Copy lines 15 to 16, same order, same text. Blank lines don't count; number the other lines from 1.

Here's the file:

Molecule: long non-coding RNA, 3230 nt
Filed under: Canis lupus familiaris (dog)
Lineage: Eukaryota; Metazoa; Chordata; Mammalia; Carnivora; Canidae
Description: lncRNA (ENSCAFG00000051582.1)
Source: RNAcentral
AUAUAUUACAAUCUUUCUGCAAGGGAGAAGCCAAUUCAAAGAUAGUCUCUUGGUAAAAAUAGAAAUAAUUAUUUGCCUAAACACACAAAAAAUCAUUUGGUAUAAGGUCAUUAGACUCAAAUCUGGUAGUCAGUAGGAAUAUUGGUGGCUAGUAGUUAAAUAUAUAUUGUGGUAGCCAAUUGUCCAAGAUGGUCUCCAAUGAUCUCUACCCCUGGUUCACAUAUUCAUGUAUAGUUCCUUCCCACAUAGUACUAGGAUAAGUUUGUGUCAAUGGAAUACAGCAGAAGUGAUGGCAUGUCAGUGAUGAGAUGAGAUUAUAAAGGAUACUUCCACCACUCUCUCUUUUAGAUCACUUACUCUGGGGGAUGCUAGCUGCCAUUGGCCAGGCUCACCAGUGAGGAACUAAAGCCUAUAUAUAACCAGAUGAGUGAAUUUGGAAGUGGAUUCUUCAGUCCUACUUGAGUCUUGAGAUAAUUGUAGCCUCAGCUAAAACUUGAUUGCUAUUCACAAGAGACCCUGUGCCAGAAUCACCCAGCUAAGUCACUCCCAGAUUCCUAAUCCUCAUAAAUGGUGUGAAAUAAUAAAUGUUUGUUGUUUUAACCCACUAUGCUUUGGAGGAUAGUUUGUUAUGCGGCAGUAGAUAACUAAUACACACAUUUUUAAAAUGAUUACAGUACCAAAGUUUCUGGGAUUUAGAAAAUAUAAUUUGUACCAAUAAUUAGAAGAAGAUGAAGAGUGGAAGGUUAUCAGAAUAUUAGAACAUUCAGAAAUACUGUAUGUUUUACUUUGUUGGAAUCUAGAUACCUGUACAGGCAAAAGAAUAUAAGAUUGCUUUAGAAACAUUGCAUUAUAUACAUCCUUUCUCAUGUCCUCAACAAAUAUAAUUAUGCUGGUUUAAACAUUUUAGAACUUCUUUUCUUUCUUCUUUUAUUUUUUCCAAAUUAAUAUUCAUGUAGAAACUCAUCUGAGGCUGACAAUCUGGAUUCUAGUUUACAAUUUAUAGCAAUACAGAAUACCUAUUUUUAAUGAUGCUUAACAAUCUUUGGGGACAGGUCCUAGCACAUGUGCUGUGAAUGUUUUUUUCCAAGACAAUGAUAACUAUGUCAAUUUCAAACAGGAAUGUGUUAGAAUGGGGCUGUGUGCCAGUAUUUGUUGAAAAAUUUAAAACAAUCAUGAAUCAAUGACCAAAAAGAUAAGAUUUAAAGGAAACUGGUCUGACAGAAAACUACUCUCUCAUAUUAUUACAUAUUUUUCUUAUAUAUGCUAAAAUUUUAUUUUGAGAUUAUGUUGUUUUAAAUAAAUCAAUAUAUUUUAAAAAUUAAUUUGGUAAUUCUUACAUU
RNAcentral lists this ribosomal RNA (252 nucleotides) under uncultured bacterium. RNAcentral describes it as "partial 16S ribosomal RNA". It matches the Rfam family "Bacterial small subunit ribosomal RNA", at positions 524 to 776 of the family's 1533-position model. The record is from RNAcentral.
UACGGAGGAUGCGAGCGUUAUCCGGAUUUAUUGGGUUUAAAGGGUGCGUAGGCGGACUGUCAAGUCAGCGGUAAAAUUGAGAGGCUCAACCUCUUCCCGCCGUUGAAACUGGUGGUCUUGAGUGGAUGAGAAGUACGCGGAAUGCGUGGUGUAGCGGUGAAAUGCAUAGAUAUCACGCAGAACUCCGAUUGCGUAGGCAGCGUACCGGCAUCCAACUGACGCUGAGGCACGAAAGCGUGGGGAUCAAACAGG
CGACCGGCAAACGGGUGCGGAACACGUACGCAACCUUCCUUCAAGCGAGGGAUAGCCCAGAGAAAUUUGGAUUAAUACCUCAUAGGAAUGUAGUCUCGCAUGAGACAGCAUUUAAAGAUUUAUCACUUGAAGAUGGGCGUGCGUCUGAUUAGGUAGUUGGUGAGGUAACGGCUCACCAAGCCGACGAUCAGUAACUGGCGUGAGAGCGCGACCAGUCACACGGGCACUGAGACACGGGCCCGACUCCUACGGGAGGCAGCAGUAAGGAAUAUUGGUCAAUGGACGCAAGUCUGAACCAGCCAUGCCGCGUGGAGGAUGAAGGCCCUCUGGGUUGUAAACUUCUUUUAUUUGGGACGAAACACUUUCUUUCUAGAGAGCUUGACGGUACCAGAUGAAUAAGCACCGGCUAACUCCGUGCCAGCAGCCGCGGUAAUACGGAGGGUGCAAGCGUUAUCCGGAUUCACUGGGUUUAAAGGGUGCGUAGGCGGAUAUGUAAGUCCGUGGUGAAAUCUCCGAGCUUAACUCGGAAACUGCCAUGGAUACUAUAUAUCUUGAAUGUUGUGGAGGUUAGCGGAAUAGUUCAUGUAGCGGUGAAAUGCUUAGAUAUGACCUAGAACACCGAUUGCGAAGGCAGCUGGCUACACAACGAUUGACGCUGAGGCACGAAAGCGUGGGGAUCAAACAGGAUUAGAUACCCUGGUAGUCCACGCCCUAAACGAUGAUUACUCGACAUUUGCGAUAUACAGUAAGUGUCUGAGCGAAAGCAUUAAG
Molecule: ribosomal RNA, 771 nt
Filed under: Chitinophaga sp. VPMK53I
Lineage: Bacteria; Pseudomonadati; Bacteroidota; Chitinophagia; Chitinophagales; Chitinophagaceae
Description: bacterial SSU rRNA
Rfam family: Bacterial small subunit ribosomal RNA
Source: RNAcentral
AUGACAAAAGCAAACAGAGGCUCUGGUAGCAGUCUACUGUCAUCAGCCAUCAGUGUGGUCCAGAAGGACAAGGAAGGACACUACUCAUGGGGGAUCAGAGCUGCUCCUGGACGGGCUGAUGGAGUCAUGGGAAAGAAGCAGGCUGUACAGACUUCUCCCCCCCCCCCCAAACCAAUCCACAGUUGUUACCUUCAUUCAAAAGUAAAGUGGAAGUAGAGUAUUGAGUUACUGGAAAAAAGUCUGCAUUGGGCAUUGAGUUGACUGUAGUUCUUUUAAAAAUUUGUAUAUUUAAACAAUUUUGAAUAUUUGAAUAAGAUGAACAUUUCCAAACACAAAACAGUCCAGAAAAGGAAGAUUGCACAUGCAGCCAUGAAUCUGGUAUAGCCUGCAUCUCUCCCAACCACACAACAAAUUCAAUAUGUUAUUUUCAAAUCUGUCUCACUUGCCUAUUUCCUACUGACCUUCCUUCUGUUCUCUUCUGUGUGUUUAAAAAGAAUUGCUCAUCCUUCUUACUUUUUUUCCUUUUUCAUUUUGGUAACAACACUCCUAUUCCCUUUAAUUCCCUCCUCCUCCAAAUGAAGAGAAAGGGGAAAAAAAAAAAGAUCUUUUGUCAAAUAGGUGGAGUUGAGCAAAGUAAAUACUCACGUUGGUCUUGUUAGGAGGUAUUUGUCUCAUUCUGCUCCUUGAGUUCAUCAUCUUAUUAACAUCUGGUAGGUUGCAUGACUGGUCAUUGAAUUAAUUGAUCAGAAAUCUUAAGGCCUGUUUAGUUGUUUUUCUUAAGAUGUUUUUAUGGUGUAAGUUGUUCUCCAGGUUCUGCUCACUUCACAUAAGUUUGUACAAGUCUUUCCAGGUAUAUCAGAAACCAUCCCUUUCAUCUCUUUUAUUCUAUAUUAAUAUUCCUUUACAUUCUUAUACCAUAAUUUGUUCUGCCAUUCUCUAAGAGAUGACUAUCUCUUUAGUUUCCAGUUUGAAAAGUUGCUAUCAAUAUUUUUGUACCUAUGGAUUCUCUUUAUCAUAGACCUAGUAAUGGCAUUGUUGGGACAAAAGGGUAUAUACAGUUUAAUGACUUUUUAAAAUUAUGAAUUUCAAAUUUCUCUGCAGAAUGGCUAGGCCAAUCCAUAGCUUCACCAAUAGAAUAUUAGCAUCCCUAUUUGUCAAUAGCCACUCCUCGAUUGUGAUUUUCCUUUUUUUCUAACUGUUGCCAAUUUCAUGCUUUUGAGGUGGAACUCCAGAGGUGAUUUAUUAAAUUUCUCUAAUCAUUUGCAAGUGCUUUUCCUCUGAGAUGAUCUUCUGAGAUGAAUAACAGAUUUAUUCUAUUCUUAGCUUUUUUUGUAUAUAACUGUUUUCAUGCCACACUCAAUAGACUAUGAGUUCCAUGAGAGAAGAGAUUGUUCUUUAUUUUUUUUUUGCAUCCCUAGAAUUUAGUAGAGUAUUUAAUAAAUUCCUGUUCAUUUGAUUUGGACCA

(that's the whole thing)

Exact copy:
Source: RNAcentral
AUGACAAAAGCAAACAGAGGCUCUGGUAGCAGUCUACUGUCAUCAGCCAUCAGUGUGGUCCAGAAGGACAAGGAAGGACACUACUCAUGGGGGAUCAGAGCUGCUCCUGGACGGGCUGAUGGAGUCAUGGGAAAGAAGCAGGCUGUACAGACUUCUCCCCCCCCCCCCAAACCAAUCCACAGUUGUUACCUUCAUUCAAAAGUAAAGUGGAAGUAGAGUAUUGAGUUACUGGAAAAAAGUCUGCAUUGGGCAUUGAGUUGACUGUAGUUCUUUUAAAAAUUUGUAUAUUUAAACAAUUUUGAAUAUUUGAAUAAGAUGAACAUUUCCAAACACAAAACAGUCCAGAAAAGGAAGAUUGCACAUGCAGCCAUGAAUCUGGUAUAGCCUGCAUCUCUCCCAACCACACAACAAAUUCAAUAUGUUAUUUUCAAAUCUGUCUCACUUGCCUAUUUCCUACUGACCUUCCUUCUGUUCUCUUCUGUGUGUUUAAAAAGAAUUGCUCAUCCUUCUUACUUUUUUUCCUUUUUCAUUUUGGUAACAACACUCCUAUUCCCUUUAAUUCCCUCCUCCUCCAAAUGAAGAGAAAGGGGAAAAAAAAAAAGAUCUUUUGUCAAAUAGGUGGAGUUGAGCAAAGUAAAUACUCACGUUGGUCUUGUUAGGAGGUAUUUGUCUCAUUCUGCUCCUUGAGUUCAUCAUCUUAUUAACAUCUGGUAGGUUGCAUGACUGGUCAUUGAAUUAAUUGAUCAGAAAUCUUAAGGCCUGUUUAGUUGUUUUUCUUAAGAUGUUUUUAUGGUGUAAGUUGUUCUCCAGGUUCUGCUCACUUCACAUAAGUUUGUACAAGUCUUUCCAGGUAUAUCAGAAACCAUCCCUUUCAUCUCUUUUAUUCUAUAUUAAUAUUCCUUUACAUUCUUAUACCAUAAUUUGUUCUGCCAUUCUCUAAGAGAUGACUAUCUCUUUAGUUUCCAGUUUGAAAAGUUGCUAUCAAUAUUUUUGUACCUAUGGAUUCUCUUUAUCAUAGACCUAGUAAUGGCAUUGUUGGGACAAAAGGGUAUAUACAGUUUAAUGACUUUUUAAAAUUAUGAAUUUCAAAUUUCUCUGCAGAAUGGCUAGGCCAAUCCAUAGCUUCACCAAUAGAAUAUUAGCAUCCCUAUUUGUCAAUAGCCACUCCUCGAUUGUGAUUUUCCUUUUUUUCUAACUGUUGCCAAUUUCAUGCUUUUGAGGUGGAACUCCAGAGGUGAUUUAUUAAAUUUCUCUAAUCAUUUGCAAGUGCUUUUCCUCUGAGAUGAUCUUCUGAGAUGAAUAACAGAUUUAUUCUAUUCUUAGCUUUUUUUGUAUAUAACUGUUUUCAUGCCACACUCAAUAGACUAUGAGUUCCAUGAGAGAAGAGAUUGUUCUUUAUUUUUUUUUUGCAUCCCUAGAAUUUAGUAGAGUAUUUAAUAAAUUCCUGUUCAUUUGAUUUGGACCA